After alignment the next most important priority is to relieve pressure in all your sleeping positions. Excess pressure can produce “symptoms” a little bit more quickly such as obvious pressure points or numbness or tingling in your shoulders, hops, arms, or legs… These are the symptoms to work on after you have been able to reduce or eliminate any symptoms that come from sleeping out of alignment.
The final priorities are your preferences which include temperature regulation, the freedom or restriction of movement so your body can easily change sleeping positions when it needs to over the course of the night, and all the other preferences that involve what you can “feel” when you are awake (but generally don’t feel when you are sleeping). Temperature regulation and freedom of movement are the most important preferences but alignment and pressure relief are the most important “needs” and all of these are more in the area of preferences than needs.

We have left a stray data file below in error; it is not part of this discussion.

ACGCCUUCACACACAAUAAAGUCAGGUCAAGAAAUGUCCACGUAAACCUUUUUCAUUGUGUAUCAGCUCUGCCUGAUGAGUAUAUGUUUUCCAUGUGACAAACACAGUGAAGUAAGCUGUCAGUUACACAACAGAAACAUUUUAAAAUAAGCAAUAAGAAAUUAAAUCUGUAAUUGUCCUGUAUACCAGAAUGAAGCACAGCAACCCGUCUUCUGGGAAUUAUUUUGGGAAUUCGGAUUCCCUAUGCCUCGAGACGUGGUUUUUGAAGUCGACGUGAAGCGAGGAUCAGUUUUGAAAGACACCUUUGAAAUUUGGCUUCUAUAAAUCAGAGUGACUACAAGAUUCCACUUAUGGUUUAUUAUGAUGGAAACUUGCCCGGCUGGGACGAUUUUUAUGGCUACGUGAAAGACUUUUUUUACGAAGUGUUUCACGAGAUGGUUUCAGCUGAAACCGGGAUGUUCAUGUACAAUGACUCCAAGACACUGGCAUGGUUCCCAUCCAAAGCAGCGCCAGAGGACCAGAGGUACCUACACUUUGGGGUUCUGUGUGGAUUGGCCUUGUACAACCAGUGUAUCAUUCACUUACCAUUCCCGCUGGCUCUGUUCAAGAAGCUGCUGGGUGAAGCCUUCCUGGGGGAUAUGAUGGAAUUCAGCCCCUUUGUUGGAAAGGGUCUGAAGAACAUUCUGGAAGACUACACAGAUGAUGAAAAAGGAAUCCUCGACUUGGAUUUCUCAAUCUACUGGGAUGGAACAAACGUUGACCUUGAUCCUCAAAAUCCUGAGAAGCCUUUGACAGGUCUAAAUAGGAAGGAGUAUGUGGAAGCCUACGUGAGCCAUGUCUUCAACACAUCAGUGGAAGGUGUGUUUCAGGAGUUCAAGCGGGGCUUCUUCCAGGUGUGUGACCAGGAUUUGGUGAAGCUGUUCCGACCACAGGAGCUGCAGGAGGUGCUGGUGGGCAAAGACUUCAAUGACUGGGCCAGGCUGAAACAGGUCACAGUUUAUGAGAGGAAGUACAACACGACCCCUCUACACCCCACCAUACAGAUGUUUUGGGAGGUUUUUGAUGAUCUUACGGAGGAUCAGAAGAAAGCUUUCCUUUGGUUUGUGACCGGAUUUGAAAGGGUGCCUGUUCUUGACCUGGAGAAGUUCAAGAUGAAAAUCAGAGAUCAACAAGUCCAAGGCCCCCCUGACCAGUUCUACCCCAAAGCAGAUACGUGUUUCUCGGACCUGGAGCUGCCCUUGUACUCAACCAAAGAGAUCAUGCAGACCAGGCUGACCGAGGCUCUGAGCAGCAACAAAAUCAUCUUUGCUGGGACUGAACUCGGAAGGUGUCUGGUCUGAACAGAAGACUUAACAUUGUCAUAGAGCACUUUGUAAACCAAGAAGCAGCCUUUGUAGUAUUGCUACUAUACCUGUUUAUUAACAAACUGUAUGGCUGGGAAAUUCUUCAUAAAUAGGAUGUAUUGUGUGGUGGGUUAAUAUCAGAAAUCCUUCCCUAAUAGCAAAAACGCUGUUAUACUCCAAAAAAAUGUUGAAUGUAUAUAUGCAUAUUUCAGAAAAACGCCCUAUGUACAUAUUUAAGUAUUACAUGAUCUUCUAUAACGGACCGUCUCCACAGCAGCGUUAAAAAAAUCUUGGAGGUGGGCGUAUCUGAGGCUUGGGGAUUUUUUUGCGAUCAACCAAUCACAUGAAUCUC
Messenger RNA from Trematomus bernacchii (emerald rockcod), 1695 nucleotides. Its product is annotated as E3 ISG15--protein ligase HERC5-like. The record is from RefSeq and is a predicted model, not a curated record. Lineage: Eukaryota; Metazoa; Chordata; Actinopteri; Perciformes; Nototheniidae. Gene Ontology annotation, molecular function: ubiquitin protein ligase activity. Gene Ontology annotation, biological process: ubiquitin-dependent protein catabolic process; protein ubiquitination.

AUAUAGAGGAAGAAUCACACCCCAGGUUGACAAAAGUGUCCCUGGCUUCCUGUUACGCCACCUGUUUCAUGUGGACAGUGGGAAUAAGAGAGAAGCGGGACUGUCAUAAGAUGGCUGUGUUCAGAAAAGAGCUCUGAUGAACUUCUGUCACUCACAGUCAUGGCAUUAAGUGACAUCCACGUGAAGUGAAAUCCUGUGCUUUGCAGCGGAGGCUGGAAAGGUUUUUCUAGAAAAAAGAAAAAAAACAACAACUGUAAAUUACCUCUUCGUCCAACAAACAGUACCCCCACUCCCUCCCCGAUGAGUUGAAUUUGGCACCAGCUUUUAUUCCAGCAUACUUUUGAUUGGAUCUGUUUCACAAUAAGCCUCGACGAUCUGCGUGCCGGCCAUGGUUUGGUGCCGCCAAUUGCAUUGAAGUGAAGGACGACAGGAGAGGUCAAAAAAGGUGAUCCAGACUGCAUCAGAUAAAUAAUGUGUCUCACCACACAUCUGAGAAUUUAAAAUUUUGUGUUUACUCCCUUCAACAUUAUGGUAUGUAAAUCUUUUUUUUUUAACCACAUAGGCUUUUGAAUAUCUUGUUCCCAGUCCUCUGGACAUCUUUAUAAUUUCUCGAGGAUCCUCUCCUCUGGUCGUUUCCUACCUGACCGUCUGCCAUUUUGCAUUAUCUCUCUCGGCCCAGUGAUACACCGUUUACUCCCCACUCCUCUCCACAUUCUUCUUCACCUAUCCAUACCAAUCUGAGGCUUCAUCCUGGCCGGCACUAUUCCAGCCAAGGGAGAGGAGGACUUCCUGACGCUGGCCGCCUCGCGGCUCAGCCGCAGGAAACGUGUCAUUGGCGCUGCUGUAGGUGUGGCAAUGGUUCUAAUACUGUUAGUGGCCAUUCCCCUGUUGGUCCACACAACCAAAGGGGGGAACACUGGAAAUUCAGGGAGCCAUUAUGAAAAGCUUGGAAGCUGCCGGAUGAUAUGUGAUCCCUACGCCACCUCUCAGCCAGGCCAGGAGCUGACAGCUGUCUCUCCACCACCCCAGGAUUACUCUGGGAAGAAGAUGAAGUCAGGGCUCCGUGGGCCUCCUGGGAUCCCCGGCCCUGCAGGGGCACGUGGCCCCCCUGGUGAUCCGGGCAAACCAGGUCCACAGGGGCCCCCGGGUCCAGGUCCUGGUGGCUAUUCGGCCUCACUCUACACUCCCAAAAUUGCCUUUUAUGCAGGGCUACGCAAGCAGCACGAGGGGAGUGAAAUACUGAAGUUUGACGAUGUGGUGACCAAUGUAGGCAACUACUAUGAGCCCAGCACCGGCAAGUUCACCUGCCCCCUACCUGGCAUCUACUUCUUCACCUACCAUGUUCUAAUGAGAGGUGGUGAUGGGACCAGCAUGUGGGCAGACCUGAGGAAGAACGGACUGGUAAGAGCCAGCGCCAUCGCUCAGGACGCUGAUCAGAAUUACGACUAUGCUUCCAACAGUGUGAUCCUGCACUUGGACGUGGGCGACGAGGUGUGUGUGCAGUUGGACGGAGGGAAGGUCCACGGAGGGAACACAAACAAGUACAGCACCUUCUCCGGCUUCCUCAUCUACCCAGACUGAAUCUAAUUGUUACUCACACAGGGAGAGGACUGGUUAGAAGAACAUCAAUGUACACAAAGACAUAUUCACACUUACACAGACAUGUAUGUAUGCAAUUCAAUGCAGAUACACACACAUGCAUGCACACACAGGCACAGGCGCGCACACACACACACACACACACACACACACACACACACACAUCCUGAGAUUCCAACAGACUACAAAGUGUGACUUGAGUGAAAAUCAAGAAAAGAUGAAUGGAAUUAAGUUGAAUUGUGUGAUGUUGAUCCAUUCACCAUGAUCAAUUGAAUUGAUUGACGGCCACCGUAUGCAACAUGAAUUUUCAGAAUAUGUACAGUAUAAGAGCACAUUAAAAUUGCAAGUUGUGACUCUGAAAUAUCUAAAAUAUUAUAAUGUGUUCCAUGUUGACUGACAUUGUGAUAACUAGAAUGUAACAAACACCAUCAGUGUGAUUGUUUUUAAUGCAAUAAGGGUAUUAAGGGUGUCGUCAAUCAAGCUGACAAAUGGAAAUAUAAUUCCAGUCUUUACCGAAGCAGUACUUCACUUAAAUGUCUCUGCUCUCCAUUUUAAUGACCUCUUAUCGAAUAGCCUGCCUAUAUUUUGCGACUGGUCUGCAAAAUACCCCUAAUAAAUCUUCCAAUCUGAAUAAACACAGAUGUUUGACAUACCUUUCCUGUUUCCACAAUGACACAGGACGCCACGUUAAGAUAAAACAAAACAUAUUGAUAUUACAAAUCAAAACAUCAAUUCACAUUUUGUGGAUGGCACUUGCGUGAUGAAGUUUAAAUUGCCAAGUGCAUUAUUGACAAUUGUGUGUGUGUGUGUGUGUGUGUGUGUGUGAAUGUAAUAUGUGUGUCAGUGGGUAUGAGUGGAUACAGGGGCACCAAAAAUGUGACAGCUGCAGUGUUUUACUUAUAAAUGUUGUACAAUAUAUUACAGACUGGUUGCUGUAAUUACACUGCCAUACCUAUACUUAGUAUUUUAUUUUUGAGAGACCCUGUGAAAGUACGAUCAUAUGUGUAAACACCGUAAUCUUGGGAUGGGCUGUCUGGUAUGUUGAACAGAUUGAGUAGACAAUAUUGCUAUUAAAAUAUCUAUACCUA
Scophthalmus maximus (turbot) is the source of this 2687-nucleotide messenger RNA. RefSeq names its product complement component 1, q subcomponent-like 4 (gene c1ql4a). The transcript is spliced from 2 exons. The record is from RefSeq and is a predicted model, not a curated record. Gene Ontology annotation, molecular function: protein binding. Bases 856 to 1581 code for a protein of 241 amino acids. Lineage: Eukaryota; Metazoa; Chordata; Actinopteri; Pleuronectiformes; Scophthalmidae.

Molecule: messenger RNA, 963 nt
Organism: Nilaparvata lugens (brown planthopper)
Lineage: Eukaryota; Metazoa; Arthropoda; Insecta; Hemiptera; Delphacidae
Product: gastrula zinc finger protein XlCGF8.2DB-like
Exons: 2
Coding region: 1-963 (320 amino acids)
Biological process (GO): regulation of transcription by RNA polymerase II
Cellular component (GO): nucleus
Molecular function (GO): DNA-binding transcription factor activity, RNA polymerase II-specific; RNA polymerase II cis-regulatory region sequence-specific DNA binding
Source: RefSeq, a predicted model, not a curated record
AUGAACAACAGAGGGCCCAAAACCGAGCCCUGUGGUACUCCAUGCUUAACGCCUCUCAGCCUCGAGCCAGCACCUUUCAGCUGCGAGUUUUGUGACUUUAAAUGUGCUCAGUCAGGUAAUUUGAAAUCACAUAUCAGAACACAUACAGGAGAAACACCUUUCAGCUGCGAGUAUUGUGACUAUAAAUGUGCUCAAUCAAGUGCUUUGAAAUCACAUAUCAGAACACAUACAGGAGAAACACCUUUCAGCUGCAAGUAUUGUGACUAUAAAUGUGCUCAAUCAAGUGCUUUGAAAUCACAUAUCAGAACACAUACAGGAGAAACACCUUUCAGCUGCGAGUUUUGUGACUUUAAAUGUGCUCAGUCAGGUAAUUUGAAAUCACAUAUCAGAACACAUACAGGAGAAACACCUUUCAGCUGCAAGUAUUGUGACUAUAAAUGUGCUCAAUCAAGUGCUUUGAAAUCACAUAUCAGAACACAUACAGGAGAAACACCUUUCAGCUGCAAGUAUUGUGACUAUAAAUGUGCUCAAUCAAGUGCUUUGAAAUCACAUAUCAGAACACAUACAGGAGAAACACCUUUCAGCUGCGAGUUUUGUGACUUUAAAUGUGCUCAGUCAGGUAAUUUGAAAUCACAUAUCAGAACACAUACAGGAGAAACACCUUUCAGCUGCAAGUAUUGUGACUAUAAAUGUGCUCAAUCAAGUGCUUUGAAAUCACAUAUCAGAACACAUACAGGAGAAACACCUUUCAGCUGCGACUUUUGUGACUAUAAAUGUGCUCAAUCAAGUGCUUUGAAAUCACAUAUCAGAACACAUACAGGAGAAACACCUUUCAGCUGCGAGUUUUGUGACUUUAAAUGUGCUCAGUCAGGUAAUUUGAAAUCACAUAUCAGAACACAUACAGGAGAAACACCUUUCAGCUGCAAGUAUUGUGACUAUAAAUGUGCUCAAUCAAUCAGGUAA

Overall … the most important part of assessing a mattress is how you feel when you wake up in the morning in terms of any pain or discomfort you feel and how rested and refreshed you feel mentally, physically, and emotionally.
So the first step is to find the combination of layering that provides you with good alignment so that you don’t experience lower back pain and then when you have this you can make any additional fine tuning changes that can lead to good pressure relief and your preferences about how the mattress “feels” as well.
With combination #1 you had a sore lower back which generally indicates that the support of the mattress wasn’t firm enough. The most logical first step with this would be exchanging the firm and medium layer and continuing to sleep on the soft layer on top which is what you did.
With combination #2 your only comment was that you “felt like” you were still sinking in too far but you didn’t mention any symptoms you experienced or whether your lower back pain was better or worse than combintion #1. The changes in symptoms from one combination to the next is one of the most important ways that your body “tells” you what it prefers.